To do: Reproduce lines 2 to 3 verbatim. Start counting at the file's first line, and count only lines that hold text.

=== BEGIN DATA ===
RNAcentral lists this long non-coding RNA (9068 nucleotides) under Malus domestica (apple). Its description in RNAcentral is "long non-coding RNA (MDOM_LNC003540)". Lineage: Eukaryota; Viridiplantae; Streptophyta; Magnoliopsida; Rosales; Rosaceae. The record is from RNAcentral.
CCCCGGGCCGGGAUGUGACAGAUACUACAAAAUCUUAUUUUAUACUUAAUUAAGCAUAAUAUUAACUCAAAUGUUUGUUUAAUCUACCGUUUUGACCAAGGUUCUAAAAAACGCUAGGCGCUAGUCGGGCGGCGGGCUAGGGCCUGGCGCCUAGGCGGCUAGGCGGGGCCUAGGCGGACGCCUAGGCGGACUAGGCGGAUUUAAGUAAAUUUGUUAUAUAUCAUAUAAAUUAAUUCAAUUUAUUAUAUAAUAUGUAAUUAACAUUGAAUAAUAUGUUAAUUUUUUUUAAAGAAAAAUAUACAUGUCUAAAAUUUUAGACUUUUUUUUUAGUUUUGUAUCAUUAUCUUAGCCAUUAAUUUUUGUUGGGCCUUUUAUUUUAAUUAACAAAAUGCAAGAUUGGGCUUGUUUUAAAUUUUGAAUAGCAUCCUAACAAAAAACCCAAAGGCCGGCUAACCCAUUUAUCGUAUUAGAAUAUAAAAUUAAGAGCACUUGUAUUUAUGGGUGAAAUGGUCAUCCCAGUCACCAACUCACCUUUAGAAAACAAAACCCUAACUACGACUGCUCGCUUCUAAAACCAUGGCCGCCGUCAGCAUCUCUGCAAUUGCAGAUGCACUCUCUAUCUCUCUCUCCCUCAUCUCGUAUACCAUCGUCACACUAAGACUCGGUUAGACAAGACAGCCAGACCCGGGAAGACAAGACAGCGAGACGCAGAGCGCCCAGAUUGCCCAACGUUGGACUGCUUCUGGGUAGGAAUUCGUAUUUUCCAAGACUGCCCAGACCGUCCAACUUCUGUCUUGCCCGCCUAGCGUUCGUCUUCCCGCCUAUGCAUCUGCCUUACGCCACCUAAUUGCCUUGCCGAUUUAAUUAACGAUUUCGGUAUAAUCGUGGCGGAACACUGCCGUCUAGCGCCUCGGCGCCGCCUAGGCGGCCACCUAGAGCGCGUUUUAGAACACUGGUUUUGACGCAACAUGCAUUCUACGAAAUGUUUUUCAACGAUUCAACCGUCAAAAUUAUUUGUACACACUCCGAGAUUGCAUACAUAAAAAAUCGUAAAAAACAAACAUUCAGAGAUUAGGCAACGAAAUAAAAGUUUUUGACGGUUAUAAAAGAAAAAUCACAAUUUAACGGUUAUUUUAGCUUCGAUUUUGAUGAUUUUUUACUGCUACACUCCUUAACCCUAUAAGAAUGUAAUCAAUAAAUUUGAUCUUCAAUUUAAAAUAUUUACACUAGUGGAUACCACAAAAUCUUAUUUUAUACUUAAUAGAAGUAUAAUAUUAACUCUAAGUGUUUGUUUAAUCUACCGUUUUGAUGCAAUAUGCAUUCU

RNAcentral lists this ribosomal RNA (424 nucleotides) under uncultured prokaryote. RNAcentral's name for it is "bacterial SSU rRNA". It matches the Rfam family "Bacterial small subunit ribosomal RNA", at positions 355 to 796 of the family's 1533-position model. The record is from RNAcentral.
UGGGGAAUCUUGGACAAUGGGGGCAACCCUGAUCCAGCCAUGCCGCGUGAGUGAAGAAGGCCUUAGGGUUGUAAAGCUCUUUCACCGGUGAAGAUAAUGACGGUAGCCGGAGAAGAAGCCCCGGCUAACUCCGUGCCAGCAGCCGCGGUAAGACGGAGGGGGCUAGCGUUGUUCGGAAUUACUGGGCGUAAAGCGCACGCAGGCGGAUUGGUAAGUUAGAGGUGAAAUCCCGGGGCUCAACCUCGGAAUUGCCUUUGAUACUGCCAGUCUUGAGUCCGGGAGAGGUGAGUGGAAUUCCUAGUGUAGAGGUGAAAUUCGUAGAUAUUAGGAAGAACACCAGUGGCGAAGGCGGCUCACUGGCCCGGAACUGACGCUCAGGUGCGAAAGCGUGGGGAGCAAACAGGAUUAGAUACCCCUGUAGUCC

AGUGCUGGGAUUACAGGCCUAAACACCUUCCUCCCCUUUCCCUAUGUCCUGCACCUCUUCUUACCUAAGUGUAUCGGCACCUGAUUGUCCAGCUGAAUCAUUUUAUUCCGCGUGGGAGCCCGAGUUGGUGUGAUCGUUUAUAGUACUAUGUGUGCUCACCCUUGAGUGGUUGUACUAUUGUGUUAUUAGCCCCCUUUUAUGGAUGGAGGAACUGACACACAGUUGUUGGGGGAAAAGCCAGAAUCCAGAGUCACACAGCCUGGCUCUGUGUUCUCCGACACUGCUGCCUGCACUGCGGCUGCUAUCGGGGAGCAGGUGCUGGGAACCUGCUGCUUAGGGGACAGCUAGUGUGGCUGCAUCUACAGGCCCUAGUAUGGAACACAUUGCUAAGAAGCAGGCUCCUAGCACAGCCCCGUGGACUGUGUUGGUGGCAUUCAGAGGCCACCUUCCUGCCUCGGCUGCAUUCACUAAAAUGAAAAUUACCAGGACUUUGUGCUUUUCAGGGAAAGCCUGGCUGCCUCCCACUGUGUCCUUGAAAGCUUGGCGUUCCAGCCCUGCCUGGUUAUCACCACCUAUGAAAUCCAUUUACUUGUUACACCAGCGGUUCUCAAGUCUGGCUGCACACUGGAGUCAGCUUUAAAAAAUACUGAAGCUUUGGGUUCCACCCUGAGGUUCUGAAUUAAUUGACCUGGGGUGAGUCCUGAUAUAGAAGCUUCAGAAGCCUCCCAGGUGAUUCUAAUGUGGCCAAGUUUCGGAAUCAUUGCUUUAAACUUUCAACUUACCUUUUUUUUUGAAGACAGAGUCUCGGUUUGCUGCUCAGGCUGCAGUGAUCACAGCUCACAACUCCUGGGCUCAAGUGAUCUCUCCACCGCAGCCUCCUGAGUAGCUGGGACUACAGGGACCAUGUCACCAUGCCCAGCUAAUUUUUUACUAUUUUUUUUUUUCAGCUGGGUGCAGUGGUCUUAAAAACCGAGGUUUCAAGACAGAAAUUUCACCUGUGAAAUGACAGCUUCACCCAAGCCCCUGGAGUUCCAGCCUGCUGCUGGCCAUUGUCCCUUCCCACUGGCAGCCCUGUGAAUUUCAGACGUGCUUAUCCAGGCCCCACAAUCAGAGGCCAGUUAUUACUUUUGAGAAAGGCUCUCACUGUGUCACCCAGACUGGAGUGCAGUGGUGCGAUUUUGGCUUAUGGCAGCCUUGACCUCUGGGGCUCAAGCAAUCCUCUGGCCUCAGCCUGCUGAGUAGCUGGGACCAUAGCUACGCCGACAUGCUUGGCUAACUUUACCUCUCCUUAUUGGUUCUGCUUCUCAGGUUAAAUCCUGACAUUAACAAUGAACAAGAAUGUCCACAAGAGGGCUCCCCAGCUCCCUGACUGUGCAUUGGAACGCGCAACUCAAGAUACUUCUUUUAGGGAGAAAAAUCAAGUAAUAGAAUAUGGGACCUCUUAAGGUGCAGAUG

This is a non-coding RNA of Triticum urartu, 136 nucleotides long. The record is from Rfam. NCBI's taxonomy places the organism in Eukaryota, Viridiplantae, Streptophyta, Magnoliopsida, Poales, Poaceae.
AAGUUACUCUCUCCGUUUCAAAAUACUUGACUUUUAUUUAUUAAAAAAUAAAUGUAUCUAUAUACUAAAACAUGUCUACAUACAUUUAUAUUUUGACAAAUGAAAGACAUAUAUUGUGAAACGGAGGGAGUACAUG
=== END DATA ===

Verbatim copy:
CCCCGGGCCGGGAUGUGACAGAUACUACAAAAUCUUAUUUUAUACUUAAUUAAGCAUAAUAUUAACUCAAAUGUUUGUUUAAUCUACCGUUUUGACCAAGGUUCUAAAAAACGCUAGGCGCUAGUCGGGCGGCGGGCUAGGGCCUGGCGCCUAGGCGGCUAGGCGGGGCCUAGGCGGACGCCUAGGCGGACUAGGCGGAUUUAAGUAAAUUUGUUAUAUAUCAUAUAAAUUAAUUCAAUUUAUUAUAUAAUAUGUAAUUAACAUUGAAUAAUAUGUUAAUUUUUUUUAAAGAAAAAUAUACAUGUCUAAAAUUUUAGACUUUUUUUUUAGUUUUGUAUCAUUAUCUUAGCCAUUAAUUUUUGUUGGGCCUUUUAUUUUAAUUAACAAAAUGCAAGAUUGGGCUUGUUUUAAAUUUUGAAUAGCAUCCUAACAAAAAACCCAAAGGCCGGCUAACCCAUUUAUCGUAUUAGAAUAUAAAAUUAAGAGCACUUGUAUUUAUGGGUGAAAUGGUCAUCCCAGUCACCAACUCACCUUUAGAAAACAAAACCCUAACUACGACUGCUCGCUUCUAAAACCAUGGCCGCCGUCAGCAUCUCUGCAAUUGCAGAUGCACUCUCUAUCUCUCUCUCCCUCAUCUCGUAUACCAUCGUCACACUAAGACUCGGUUAGACAAGACAGCCAGACCCGGGAAGACAAGACAGCGAGACGCAGAGCGCCCAGAUUGCCCAACGUUGGACUGCUUCUGGGUAGGAAUUCGUAUUUUCCAAGACUGCCCAGACCGUCCAACUUCUGUCUUGCCCGCCUAGCGUUCGUCUUCCCGCCUAUGCAUCUGCCUUACGCCACCUAAUUGCCUUGCCGAUUUAAUUAACGAUUUCGGUAUAAUCGUGGCGGAACACUGCCGUCUAGCGCCUCGGCGCCGCCUAGGCGGCCACCUAGAGCGCGUUUUAGAACACUGGUUUUGACGCAACAUGCAUUCUACGAAAUGUUUUUCAACGAUUCAACCGUCAAAAUUAUUUGUACACACUCCGAGAUUGCAUACAUAAAAAAUCGUAAAAAACAAACAUUCAGAGAUUAGGCAACGAAAUAAAAGUUUUUGACGGUUAUAAAAGAAAAAUCACAAUUUAACGGUUAUUUUAGCUUCGAUUUUGAUGAUUUUUUACUGCUACACUCCUUAACCCUAUAAGAAUGUAAUCAAUAAAUUUGAUCUUCAAUUUAAAAUAUUUACACUAGUGGAUACCACAAAAUCUUAUUUUAUACUUAAUAGAAGUAUAAUAUUAACUCUAAGUGUUUGUUUAAUCUACCGUUUUGAUGCAAUAUGCAUUCU

RNAcentral lists this ribosomal RNA (424 nucleotides) under uncultured prokaryote. RNAcentral's name for it is "bacterial SSU rRNA". It matches the Rfam family "Bacterial small subunit ribosomal RNA", at positions 355 to 796 of the family's 1533-position model. The record is from RNAcentral.